Vulval Cancer

Vulval cancer is rare and affects around 1300 people a year in the UK. Around 80% of people diagnosed are over 60; however we are increasingly seeing more people being diagnosed at a younger age. If you were born with a vulva you are at risk of vulval cancer. This is relevant to you if you’ve not undergone genital surgery, or if you’ve had a phalloplasty or a metoidioplasty (both sometimes referred to as bottom surgery), as part or all of the vulva is kept and remodelled.

The vulva describes the external genitals, including the soft tissue (labia minora and labia majora), the clitoris, and the Bartholin’s glands.

Symptoms:

  • A lasting itch on the external genitalia
  • Pain or soreness on the external genitalia
  • Thickened, raised, red, white or dark patches on the skin of the external genitalia
  • An open sore or growth visible on the genital skin
  • A mole on the external genitalia that changes shape or colour
  • A lump or swelling on the external genitalia

All these symptoms can be caused by other more common conditions, such as infection, but if you have any of these, you should see your GP. It is unlikely that your symptoms are caused by a serious problem but it is important to be checked out… remember non- cancerous conditions can be uncomfortable and so much better when treated!

Risk Factors:

Skin conditions that cause inflammation may sometimes develop into an early cancer. The two most common of these being vulval intraepithelial neoplasia (VIN) and Lichen Sclerosus. Some of these cell changes will go away without the need for any treatment; however, finding these abnormal cells early can help to prevent cancer.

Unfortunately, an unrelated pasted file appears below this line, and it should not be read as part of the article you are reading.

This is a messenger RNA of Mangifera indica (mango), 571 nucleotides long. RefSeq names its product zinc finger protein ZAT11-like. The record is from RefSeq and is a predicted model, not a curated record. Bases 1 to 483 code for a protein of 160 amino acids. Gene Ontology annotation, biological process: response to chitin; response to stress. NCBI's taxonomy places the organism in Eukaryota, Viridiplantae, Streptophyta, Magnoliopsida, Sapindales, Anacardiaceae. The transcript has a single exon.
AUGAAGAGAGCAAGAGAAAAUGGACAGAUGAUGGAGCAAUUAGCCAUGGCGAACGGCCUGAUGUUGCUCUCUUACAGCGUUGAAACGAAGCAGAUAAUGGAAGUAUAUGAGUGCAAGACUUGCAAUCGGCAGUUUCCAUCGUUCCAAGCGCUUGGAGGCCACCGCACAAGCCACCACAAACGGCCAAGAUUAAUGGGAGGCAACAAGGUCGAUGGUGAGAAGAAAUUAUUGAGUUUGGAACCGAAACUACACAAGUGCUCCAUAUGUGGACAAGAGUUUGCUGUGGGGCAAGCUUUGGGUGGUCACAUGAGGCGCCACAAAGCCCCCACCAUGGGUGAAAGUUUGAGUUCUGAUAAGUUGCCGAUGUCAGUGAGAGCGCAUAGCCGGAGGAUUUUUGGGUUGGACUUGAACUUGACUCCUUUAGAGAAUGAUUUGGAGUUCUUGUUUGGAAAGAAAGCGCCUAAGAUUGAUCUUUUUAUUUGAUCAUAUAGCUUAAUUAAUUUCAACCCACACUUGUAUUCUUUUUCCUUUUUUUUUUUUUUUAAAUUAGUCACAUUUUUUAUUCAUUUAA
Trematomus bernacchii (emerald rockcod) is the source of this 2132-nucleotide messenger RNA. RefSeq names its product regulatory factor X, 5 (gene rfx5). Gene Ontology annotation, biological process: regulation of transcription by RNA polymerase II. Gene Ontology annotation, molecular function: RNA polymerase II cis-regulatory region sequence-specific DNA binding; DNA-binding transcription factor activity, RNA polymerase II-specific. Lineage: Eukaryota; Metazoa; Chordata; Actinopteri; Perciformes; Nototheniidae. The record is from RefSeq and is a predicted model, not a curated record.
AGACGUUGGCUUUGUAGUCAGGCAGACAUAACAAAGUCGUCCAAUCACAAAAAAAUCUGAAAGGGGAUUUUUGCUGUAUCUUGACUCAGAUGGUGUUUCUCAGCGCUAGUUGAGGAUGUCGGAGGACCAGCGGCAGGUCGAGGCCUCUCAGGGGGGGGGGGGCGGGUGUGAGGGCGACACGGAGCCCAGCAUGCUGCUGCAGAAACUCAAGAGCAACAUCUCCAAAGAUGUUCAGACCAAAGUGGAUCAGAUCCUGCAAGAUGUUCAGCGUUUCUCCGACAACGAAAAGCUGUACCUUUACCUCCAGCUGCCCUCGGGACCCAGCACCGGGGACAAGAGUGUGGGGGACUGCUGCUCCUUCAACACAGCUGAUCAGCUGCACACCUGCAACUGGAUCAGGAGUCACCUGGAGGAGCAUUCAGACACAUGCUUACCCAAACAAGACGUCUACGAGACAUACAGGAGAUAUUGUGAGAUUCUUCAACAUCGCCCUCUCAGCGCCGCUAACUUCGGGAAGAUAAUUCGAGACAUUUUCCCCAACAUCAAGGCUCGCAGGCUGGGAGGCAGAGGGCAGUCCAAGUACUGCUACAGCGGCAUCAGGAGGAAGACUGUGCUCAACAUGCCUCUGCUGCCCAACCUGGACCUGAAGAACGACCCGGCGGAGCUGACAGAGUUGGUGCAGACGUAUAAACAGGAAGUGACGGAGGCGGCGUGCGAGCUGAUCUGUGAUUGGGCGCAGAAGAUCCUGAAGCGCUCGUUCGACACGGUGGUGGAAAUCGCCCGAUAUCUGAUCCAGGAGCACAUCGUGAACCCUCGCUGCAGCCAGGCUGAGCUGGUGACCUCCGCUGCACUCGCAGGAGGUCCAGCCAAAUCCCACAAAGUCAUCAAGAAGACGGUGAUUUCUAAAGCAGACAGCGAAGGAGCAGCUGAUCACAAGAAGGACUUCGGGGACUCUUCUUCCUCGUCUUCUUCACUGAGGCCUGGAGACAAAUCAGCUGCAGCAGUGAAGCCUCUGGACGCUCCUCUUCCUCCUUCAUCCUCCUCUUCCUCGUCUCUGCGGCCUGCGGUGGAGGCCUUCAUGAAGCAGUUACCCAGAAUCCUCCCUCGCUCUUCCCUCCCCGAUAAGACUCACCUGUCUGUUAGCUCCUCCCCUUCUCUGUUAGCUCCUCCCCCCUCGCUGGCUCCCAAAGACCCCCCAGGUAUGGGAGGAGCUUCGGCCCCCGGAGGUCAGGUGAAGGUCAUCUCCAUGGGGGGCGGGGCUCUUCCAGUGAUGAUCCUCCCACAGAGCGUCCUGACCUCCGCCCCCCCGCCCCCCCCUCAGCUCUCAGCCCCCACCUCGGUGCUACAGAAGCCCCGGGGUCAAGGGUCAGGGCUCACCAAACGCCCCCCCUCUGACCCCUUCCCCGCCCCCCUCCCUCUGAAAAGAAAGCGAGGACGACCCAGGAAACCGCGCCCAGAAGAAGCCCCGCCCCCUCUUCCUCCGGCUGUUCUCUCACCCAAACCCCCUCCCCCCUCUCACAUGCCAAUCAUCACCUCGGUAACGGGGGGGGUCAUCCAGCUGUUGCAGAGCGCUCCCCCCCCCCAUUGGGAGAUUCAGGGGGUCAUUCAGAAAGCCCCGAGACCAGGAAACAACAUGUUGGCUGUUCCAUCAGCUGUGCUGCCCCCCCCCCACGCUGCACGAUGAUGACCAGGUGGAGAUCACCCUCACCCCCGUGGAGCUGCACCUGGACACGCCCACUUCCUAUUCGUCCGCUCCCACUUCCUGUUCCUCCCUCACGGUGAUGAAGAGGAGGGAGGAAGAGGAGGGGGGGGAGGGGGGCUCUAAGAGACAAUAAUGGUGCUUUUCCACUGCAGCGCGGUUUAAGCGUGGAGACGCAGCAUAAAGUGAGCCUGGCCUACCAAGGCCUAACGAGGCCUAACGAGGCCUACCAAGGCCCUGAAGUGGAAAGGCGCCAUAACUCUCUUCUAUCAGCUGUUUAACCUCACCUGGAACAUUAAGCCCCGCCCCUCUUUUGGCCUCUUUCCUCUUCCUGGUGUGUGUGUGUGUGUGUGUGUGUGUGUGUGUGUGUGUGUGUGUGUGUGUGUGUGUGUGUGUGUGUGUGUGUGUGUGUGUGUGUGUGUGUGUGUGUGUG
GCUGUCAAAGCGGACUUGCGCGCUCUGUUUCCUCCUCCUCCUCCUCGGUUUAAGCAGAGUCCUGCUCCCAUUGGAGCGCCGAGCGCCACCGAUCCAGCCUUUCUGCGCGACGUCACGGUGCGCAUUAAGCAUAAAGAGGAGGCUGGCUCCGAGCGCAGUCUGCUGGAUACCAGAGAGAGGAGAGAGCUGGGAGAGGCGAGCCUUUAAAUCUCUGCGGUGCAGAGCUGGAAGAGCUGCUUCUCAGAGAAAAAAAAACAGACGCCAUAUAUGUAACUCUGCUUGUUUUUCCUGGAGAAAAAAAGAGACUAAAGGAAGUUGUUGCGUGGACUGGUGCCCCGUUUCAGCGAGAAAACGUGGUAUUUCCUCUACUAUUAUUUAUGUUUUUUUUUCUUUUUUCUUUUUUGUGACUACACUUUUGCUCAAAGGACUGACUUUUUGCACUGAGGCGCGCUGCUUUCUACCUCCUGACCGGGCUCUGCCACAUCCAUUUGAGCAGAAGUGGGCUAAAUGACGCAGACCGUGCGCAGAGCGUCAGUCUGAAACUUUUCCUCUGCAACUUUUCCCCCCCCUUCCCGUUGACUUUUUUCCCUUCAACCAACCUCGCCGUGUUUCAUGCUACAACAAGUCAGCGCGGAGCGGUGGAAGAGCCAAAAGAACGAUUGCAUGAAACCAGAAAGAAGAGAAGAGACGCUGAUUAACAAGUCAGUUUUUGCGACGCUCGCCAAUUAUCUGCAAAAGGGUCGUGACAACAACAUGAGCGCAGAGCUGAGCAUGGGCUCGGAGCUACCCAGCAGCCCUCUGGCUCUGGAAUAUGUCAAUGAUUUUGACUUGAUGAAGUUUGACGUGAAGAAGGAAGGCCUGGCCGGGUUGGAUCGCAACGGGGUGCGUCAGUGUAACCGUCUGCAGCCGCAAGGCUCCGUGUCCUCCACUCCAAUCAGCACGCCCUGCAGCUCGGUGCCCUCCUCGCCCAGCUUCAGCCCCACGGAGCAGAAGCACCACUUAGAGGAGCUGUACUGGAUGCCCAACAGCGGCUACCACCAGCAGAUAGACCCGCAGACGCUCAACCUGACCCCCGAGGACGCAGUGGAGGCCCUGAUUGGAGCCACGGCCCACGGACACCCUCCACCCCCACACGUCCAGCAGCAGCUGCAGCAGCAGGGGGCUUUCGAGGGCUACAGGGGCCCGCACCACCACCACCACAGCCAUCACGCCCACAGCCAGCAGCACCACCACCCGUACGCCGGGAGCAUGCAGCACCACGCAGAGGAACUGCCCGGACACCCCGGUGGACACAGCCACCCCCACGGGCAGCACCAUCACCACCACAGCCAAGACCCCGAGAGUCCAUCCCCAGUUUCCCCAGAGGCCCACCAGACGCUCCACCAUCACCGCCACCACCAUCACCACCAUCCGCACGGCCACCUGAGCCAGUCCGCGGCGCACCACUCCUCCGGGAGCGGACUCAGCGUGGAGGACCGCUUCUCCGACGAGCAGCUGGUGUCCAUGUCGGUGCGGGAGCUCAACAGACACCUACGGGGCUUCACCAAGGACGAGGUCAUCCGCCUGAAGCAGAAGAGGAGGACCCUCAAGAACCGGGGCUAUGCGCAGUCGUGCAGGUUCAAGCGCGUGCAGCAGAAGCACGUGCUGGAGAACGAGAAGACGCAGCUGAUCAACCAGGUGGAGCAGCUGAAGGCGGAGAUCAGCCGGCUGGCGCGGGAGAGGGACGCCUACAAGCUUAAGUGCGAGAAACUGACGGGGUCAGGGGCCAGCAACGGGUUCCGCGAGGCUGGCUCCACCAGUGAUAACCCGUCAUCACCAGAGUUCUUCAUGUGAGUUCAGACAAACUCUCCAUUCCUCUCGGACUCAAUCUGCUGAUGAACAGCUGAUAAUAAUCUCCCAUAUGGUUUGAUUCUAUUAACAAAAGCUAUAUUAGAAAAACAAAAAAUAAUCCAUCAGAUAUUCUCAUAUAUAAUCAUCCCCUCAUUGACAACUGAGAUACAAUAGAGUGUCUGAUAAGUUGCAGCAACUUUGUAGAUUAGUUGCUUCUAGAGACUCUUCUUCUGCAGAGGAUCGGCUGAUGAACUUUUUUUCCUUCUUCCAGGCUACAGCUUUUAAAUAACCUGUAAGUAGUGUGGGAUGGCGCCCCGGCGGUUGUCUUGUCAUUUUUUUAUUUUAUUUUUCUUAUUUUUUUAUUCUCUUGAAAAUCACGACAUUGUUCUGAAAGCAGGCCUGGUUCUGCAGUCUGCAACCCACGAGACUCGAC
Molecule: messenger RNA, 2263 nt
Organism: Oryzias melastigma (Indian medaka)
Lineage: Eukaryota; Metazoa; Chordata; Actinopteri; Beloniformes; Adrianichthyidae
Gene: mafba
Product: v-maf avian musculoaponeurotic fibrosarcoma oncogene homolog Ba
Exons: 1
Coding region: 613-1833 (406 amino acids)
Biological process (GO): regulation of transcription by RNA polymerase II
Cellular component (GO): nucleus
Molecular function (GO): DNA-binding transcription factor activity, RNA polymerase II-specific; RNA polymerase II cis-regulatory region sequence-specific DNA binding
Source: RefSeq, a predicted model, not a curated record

Smoking
Smoking increases your risk of developing VIN and vulval cancer. This may be because smoking makes the immune system less effective, and less able to clear the HPV virus from your body and more vulnerable to the effects of the virus.

Vulval intraepithelial neoplasia (VIN)
VIN is potentially a pre-cancerous condition. This means there are changes to certain cells that aren’t cancerous, but could become a cancer at a later date if left untreated. This is a gradual process that usually takes well over 10 years.

There are two types of VIN:

  • Usual or undifferentiated VIN – this typically affects people under 50 and is thought to be caused by an HPV infection
  • Differentiated VIN (dVIN) – this is a rarer type, usually affecting people over 60, associated with skin conditions that affect the area, and is more likely to be associated with cancer.

Human papilloma virus (HPV)
HPV is present in at least 40% of cases, which suggests it may increase your risk of developing the condition. HPV is known to cause changes in the cells, which is known as VIN.